PONTIAN – The perception that the Goods and Services Tax (GST) would increase the cost of living is not right, said Deputy Finance Minister Datuk Ahmad Maslan.
On the converse, he said, as announced by Prime Minister Datuk Seri Najib Tun Razak when presenting Budget 2015 recently, the prices of 54 per cent of 900 items would come down with the implementation of GST.
“Currently, these items are taxed 10 per cent and with GST, they would only be taxed six per cent. Also, the daily necessities are not taxed,” he said.
Ahmad said this after the groundbreaking ceremony for Nur Hidayah Kampung Parit Betak Darat surau here today.
He said the daily non-necessities, which were not taxed now, would be charged GST.
Ahmad said this when asked to comment on the survey by the Malaysian Employers Federation (MEF) which projected a slightly higher salary increments in 2015 with executive salary expected to rise by 5.89 per cent and 5.78 per cent for the non-executives.
The MEF said the expectation was in line the fact that some 49.5 per cent of the participating companies would take into account the implementation of GST in forecasting the salary increase for 2015.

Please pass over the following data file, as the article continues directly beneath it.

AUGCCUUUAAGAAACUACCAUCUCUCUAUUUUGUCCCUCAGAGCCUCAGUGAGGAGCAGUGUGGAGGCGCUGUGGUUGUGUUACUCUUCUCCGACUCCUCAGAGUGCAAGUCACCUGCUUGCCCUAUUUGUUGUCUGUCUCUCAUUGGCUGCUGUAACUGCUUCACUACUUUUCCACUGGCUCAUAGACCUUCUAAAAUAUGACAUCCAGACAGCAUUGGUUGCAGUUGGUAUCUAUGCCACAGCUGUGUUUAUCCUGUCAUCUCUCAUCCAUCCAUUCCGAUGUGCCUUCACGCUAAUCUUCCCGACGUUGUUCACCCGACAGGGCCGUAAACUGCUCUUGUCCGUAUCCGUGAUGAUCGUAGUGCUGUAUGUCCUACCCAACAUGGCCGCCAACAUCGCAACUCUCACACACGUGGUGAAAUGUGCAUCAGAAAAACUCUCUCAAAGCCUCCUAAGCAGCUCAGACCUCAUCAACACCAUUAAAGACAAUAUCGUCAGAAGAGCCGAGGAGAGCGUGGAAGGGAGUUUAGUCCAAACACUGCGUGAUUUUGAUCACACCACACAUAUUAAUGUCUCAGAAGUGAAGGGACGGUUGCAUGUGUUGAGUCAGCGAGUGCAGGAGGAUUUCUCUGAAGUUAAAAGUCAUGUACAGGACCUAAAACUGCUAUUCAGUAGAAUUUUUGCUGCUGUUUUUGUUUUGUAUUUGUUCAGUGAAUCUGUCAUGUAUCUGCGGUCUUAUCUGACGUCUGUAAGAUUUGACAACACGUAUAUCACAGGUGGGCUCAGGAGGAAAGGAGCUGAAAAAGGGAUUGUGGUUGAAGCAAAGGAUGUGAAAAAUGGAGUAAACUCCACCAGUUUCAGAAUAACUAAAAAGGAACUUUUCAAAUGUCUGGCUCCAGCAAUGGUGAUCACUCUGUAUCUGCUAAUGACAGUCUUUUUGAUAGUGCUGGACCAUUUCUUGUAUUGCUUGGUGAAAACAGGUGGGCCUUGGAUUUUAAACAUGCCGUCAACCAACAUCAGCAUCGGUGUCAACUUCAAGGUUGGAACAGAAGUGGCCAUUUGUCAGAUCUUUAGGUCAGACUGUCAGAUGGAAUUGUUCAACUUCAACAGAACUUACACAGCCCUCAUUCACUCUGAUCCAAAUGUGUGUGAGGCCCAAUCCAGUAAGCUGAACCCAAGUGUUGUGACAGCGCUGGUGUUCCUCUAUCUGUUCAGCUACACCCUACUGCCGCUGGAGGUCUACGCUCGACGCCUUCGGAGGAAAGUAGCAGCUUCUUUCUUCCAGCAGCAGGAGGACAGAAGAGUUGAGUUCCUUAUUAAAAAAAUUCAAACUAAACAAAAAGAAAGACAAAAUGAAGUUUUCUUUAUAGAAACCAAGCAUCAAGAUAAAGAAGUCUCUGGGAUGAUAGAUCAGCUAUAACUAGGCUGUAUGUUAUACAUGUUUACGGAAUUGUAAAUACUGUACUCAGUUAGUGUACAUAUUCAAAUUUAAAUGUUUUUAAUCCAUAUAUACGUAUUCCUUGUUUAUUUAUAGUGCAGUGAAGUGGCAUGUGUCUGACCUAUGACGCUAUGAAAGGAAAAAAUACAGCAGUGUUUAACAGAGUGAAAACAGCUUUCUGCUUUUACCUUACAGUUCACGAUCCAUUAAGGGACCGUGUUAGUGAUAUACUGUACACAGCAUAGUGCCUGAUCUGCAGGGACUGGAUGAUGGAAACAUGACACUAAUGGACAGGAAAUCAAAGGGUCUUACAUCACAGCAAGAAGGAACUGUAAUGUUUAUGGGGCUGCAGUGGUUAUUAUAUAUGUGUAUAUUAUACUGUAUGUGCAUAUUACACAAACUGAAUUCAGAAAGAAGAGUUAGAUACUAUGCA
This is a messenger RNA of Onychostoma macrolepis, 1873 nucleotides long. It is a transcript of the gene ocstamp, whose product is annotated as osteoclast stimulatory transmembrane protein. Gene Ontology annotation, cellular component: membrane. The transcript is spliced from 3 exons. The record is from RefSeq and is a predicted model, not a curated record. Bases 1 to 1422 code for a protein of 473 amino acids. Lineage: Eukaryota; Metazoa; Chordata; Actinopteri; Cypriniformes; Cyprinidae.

On whether there was a need for salary increases, Ahmad said the move was good but warned of its impact on the economy.
“The employers should meet the demand for a RM900 minimum pay for Peninsular Malaysia and RM800 for Sabah and Sarawak first and then consider salary increases,” he said.
Meanwhile, Ahmad said, the Fiscal Policy Committee would decide whether the retail prices for RON95 petrol and diesel would be fixed according to a managed float within two weeks.
He said the decision would be made after the Organisation of the Petroleum Exporting Countries (Opec) meeting which was expected to be held next week.
“If Opec decided to cut production, it would help stopped the prices from falling.
“However, if the prices continue to fall even after Opec cut production, then the managed float would be used,” he said. – BERNAMA